A Howl of Respect to All:
It is natural to use anniversaries for taking stock of things and we approach the third anniversary of Flight 93.
Those of you who read the WW3 thread know that from time to time I post things from www.stratfor.com
It is not cheap, but I recommend it highly. What follows is one of their ongoing "freebies" that they use to show the level that they are at.
In my humble opinion, this is a superb analysis that all of us of all tendencies will find well worth the read.
THE GEOPOLITICAL INTELLIGENCE REPORT
September 11: Three Years Later
September 9, 2004
By George Friedman
The U.S.-jihadist war is now nearly three years old. Like most
wars, its course has been an unfolding surprise. It is a war of
many parts -- some familiar, some unprecedented. Like all wars,
it has been filled with heroism, cowardice, lies, confusion and
grief. As usual, it appears to everyone that the levels of each
of these have been unprecedented. In truth, however, very little
about this war is unprecedented -- save that all wars are, by
definition, unprecedented. Only one thing is certain about this
war: Like all others, it will end. The issue on the table on the
third anniversary is: What is the current state of this war, and
how will it end?
The war was begun by al Qaeda, and therefore its state must be
viewed through al Qaeda's eyes. From that standpoint, the war is
not going well at all. Al Qaeda did not attack the United States
on Sept. 11 simply to kill Americans. Al Qaeda wanted to kill
Americans in order to achieve a political goal: the recreation of
at least part of the caliphate, an empire ruled by Islamic law
and feared and respected by the rest of the world.
Al Qaeda's view was that the real obstacles to such a caliphate
were the governments of Muslim countries. These governments
either were apostates, were corrupt or were so complicit with
Christian, Jewish or Hindu regimes that not only did they not
represent Islamic interests, but they had sold out the immediate
interests of their own people.
From al Qaeda's point of view, the power of these regimes resided
in their relationship with foreign powers. Moreover, the
perception of these foreign powers -- particularly the United
States, which had become the latest edition of Christianity's
leading foreign power -- was that they were irresistible. Muslim
countries had not defeated a Christian power in war for
centuries. Hatred ran deep, but so did impotence. Al Qaeda was
far less interested in increasing hatred of the United States
than in showing that the United States was vulnerable -- that it
could be defeated. Al Qaeda argued that the mujahideen had
demonstrated this in Afghanistan against the Soviet Union, and
the Soviet Union collapsed as a result. If al Qaeda could
demonstrate America's vulnerability, a sense of confidence would
infuse the Islamic world and regimes would fall or change their
The Sept. 11 attacks were designed to demonstrate the
vulnerability of the United States. They also were designed to
entice the United States to wage multiple wars in the Islamic
world while pursuing al Qaeda directly and indirectly, further
opening the United States up to attack and attrition. Al Qaeda
did demonstrate American vulnerability, and the United States did
surge into the Muslim world. It did encounter resistance and took
But al Qaeda completely failed to achieve its strategic goals.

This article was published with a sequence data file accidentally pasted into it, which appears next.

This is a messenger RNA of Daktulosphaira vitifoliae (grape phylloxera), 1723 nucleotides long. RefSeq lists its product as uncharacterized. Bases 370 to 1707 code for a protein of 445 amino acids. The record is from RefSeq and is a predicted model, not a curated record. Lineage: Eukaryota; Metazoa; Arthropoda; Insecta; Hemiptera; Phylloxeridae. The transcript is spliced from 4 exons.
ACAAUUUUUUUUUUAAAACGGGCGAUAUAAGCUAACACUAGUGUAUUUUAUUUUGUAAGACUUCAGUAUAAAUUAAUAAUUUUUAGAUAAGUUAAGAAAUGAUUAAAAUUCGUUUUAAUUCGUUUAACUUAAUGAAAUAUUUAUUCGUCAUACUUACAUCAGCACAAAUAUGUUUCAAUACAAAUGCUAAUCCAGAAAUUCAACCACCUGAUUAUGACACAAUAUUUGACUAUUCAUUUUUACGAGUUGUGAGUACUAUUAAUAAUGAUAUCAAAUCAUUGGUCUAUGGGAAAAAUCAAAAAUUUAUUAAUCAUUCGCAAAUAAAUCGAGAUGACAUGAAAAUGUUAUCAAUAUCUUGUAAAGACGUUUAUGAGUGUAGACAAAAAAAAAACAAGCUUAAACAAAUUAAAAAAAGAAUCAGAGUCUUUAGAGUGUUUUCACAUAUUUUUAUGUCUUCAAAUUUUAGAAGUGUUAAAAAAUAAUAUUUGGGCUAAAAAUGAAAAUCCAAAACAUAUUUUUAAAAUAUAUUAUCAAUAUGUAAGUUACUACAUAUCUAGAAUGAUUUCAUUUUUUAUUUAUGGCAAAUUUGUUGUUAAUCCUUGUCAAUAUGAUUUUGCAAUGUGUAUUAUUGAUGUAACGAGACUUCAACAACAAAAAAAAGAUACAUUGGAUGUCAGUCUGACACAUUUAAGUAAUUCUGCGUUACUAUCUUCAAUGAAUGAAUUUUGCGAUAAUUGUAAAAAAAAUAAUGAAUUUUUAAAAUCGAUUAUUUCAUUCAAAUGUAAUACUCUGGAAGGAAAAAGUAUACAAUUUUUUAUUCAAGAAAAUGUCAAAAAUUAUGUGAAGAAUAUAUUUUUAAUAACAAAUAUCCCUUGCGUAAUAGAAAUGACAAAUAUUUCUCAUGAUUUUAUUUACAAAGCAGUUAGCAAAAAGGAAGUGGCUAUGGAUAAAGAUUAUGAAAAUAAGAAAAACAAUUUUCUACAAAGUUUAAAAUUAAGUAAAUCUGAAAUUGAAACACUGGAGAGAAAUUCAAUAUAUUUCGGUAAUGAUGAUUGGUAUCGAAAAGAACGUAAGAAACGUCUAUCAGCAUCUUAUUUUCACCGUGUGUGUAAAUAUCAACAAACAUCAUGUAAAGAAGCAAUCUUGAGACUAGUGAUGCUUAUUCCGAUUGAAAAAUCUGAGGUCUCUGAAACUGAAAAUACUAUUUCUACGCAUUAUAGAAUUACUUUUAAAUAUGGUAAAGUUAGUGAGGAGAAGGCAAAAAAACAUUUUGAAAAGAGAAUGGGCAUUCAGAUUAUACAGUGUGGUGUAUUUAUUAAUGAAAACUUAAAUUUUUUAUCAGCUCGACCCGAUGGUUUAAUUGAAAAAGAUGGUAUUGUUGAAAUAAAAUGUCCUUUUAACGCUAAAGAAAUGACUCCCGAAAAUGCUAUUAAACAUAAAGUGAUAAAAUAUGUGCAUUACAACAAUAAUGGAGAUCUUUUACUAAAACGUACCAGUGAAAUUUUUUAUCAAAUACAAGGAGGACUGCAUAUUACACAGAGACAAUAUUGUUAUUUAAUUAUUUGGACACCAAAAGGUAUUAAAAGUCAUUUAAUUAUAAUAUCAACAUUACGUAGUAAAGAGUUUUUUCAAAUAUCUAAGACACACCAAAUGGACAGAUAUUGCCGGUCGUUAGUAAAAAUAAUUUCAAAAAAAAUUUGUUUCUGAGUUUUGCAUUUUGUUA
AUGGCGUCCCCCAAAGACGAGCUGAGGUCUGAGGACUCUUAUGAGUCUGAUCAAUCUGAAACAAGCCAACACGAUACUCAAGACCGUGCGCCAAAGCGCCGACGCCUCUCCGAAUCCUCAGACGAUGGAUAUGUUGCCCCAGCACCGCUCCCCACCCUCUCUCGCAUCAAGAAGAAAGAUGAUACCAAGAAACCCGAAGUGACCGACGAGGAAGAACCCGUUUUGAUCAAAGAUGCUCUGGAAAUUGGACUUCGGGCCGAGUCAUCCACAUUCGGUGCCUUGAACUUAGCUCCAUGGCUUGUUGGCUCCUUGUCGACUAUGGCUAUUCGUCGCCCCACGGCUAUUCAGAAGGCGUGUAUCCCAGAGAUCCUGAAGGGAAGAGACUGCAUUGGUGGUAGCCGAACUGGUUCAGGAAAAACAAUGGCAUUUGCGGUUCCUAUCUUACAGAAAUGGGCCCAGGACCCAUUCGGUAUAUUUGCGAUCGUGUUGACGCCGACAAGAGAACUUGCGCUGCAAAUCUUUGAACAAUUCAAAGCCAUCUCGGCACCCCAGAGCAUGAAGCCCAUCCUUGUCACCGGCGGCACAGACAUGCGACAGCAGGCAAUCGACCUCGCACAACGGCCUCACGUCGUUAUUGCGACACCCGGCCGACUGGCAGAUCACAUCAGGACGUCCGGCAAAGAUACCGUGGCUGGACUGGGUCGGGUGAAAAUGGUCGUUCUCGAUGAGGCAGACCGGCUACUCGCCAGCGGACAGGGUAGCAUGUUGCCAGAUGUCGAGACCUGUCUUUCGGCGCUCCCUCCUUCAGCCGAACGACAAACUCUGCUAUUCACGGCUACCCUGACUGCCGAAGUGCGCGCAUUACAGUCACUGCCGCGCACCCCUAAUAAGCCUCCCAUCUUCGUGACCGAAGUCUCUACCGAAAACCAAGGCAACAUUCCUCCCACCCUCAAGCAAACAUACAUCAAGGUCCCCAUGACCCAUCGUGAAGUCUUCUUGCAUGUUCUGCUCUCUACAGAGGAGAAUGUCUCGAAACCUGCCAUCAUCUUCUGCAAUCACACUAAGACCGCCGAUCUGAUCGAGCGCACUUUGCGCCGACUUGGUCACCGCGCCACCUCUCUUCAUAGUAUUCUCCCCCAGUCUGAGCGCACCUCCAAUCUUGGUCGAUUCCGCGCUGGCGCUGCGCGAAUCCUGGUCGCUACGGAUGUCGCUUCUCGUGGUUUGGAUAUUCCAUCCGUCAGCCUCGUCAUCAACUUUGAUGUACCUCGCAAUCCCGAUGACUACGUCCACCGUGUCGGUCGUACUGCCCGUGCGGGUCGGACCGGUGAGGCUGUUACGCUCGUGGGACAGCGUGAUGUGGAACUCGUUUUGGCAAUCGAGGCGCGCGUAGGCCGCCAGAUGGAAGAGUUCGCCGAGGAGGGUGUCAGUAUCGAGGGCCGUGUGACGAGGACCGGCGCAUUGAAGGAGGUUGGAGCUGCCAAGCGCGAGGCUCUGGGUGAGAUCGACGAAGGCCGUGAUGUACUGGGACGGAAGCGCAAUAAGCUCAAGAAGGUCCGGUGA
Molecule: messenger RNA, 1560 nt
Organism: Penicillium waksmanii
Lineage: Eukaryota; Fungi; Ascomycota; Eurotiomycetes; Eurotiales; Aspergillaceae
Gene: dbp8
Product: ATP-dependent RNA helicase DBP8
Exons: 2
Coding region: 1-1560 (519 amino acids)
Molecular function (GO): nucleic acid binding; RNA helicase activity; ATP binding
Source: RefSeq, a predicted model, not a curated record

There was no rising in the Islamic street. Not a single Muslim
regime fell. Not a single regime moved closer to al Qaeda's
position. Almost all Muslim regimes moved to closer cooperation
with the United States. Viewed through the lens of al Qaeda's
hopes and goals, therefore, the war so far has been a tremendous
failure. In various tapes and releases, al Qaeda officials --
including Osama bin Laden -- have expressed their frustration and
their commitment to continue the struggle. However, it is
essential to realize that from al Qaeda's strategic point of
view, the last three years have been a series of failures and
This is the objective reality. It is not the American perception.
The first reason for this perception gap is the definition the
administration has given the war: It is a war on terrorism. If
the goal of the war has been to deny al Qaeda strategic victory,
then the United States is winning the war. If, on the other hand,
the goal of the war is to protect the homeland against any
further attacks by al Qaeda or other groups, then that goal has
not been achieved.
Al Qaeda's primary operational capability is its ability to evade
U.S. intelligence capabilities. This is not a trivial capability.
Three years into the war, the precise shape and distribution of
al Qaeda and related organizations are still not transparent to
U.S. intelligence. However much more the United States knows
about al Qaeda, it does not appear that its abilities are
sufficient to guarantee the security of the United States or
allied countries against enemy attacks. There are too many
potential targets, and al Qaeda remains too invisible to
Therefore, on a purely operational level, the United States does
not see itself as winning the war. During World War II, for
example -- by 1943 or even earlier -- the United States was
secure from German or Japanese attacks against the homeland. That
is not the case in this war. Therefore, there is an interesting
paradox built in. On the strategic side, al Qaeda is losing --
and thus the United States is winning -- the strategic war, and
this, of course, is the decisive sphere. On the operational side,
even though there has thus far been no repeat of the Sept. 11
attacks in the United States, the war is at a stalemate. Public
perception is more sensitive to the operational stalemate than to
the strategic success.
This has led to a crisis of confidence about the war that has
been compounded by a single campaign -- Iraq -- which has dwarfed
the general war in apparent importance. As readers of Stratfor
know, our view of the Iraq campaign has been that it was the
logical next step in the general war and that the Bush
administration knew that by February 2002, when it became
apparent that U.S. intelligence could not strike globally to
destroy al Qaeda. It has also been our view that the Iraq
campaign was marred by extremely poor intelligence and planning.
We have also argued that such failures are not only common in war
but inevitable, and that these failures, however egregious, were
to be expected.
We have also argued, and continue to be amazed, that the single
greatest failure of the Bush administration in this war has been
its inability to give a coherent explanation of why it invaded
Iraq. The public justification -- that Iraq had weapons of mass
destruction -- was patently absurd on its face. You do not invade
a country with a year's warning if you are really afraid of WMD.
The incoherence of the justification was self-evident prior to
the war, and the failure to find WMD was merely icing on the
cake. The consequence was a crisis of confidence that was a very